Every Word We Utter honors the suffragists who secured for women the rights and privileges afforded citizens of the United States. The monument lifts in our consciousness not only the beauty of working together for equality, but also the responsibility to march onward for human rights.
When a water droplet impacts a body of water it pushes outward and rebounds upward as a smaller droplet. This “daughter droplet” – gains height – falling back to the water in what is called a coalescent cascade. This describes the height, breadth, and lasting impact of the suffragists’ work.
My concept, “Every Word We Utter,” depicted Susan B. Anthony and Elizabeth Cady Stanton as a drop of water that forms the ripples of perpetual change. My design was inspired by a letter from Stanton to Lucretia Mott in which she wrote about the power of every gesture in the women’s movement: “Every word we utter, every act we perform, waft unto innumerable circles.”
When a water drop impacts the water it pushes waves outward and then rebounds upward as a smaller droplet. This droplet, called a daughter droplet – gains height – then falls back to the water in what is called a coalescent cascade. The coalescent cascade not only offered a structural way to re-envision the placement of the figures, but even more, it uncovered new meaning in the design concept that captures the height and breadth of the suffragists’ work. As Stanton said at the Second Women’s Rights Convention in Rochester, NY, “Woman herself must do this work – for woman alone can understand the height, and the depth, the length and the breadth of her own degradation and woe.”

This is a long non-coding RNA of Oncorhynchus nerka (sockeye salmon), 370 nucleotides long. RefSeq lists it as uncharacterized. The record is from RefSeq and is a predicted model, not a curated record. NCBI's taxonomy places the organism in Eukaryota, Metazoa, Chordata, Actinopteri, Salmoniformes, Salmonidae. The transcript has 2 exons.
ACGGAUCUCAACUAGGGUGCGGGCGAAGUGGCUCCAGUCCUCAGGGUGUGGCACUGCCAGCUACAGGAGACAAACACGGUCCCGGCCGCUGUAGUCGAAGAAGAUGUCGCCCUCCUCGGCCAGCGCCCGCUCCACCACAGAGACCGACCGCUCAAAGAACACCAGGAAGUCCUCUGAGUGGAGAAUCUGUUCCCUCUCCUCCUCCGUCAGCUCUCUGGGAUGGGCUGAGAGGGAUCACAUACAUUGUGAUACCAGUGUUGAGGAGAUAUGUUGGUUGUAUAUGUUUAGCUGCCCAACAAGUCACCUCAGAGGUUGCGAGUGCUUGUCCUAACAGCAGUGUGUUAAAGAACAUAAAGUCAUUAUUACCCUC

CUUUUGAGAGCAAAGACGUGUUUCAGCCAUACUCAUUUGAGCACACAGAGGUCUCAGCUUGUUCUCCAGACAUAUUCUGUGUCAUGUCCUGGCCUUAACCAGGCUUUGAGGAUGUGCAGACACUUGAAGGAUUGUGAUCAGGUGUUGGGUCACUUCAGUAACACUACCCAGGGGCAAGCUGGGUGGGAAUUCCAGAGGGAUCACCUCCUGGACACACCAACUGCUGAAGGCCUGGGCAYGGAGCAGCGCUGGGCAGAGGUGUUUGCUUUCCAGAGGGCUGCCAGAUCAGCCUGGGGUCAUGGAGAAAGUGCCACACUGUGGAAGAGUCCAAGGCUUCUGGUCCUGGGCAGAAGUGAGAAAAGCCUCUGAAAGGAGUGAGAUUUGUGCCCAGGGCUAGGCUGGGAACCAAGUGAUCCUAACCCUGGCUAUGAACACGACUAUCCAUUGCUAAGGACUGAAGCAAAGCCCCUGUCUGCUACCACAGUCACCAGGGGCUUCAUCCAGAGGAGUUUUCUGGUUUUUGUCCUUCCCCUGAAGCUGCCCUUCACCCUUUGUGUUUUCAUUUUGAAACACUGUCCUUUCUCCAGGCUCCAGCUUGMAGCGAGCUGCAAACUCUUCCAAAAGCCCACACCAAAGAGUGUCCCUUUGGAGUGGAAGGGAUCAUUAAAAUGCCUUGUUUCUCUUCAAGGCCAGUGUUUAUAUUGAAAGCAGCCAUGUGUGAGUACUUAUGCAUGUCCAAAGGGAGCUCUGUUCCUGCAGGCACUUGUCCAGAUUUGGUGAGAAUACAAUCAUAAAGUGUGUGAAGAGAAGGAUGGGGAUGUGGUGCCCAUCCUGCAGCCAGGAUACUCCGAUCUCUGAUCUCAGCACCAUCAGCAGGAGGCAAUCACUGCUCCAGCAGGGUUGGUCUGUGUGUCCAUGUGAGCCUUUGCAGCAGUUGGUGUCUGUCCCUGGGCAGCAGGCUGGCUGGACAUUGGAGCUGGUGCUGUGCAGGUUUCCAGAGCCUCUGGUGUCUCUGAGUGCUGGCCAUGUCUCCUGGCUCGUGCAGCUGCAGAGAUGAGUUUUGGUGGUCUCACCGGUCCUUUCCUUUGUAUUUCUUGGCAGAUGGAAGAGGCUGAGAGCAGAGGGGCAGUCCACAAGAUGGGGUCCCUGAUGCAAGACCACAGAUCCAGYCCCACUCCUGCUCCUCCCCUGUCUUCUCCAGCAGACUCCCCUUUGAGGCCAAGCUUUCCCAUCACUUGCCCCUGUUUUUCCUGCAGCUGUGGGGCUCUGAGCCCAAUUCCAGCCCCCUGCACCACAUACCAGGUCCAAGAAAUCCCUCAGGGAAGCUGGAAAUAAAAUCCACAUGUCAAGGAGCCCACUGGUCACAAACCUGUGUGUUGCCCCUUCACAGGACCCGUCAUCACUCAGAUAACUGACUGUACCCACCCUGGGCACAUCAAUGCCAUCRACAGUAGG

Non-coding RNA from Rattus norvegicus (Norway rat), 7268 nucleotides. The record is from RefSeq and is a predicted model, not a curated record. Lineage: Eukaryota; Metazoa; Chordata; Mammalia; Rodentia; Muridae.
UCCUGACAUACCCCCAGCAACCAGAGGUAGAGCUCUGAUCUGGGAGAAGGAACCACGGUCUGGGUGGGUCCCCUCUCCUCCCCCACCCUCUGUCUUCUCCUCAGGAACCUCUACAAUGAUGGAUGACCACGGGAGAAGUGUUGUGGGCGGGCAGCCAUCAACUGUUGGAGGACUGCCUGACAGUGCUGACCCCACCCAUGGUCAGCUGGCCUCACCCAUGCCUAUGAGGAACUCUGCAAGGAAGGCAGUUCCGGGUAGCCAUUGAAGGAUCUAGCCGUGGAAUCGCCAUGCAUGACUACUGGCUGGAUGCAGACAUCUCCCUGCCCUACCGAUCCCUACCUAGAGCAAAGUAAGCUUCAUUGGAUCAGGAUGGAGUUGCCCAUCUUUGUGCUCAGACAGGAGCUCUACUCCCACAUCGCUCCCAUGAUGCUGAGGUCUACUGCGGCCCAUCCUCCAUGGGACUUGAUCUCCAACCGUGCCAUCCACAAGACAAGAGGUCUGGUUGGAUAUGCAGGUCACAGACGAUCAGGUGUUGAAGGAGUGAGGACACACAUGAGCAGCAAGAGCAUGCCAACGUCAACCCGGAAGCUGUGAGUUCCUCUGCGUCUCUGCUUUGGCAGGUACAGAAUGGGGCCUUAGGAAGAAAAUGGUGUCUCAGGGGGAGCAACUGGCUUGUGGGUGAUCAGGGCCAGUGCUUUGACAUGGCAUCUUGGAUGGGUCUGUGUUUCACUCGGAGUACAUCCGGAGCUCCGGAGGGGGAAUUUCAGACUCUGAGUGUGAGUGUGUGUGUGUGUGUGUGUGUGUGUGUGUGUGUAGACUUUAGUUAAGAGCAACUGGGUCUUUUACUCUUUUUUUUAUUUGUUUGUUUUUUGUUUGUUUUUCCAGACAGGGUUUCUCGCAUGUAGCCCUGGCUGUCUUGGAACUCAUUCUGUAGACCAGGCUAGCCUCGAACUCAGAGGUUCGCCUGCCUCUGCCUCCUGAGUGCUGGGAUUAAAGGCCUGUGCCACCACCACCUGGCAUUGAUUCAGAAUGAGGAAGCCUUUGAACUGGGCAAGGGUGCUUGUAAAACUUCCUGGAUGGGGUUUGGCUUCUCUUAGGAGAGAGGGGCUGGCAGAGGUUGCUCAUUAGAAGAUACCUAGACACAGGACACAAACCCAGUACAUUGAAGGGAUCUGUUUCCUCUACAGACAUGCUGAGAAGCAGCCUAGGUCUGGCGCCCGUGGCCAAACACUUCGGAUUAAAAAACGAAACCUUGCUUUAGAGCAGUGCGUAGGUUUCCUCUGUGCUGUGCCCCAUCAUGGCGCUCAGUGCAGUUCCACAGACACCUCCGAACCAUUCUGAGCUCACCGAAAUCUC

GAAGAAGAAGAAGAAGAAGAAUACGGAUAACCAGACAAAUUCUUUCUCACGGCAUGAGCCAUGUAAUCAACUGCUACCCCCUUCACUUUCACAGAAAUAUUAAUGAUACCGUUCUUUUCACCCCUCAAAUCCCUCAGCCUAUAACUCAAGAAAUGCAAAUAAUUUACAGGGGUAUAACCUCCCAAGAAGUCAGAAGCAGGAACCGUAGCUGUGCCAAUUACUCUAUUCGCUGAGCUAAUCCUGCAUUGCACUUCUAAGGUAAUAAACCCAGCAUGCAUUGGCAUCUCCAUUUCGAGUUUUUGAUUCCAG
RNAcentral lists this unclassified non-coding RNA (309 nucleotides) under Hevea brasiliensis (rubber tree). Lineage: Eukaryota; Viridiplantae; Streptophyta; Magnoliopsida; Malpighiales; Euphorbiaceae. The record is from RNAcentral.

My composition centrally places Anthony and Stanton writing the Nineteenth Amendment. This nucleus holds the beginning of the women’s movement. To the side of the authors stands the elder Sojourner Truth, a beacon for the movement. The young Harriet Stanton Blatch represents the future. From them rises the next generation of the movement, the “daughters” who ratified the nineteenth amendment, represented by Ida B. Wells and Alice Paul. Standing on the shoulders of giants, these women were elevated by what came before. From this height, the ratification flag cascades to the innumerable circles that ripple outwards.
The first bronze ripple will hold the names of the women on the first tier of the monument those that envisioned the women’s right to vote but did not live to see the day. Names of instrumental women involved in the second wave of the movement, those women who experienced the ratification of the nineteenth Amendment and voted for the first time will be inscribed in the second ripple. The third ripple will hold the names of women who continue to make significant contributions to the ideals of the sentiments and the efforts for equality for all women. These individuals will include Native and African American civil right advocates who later were granted citizenship and the right to vote.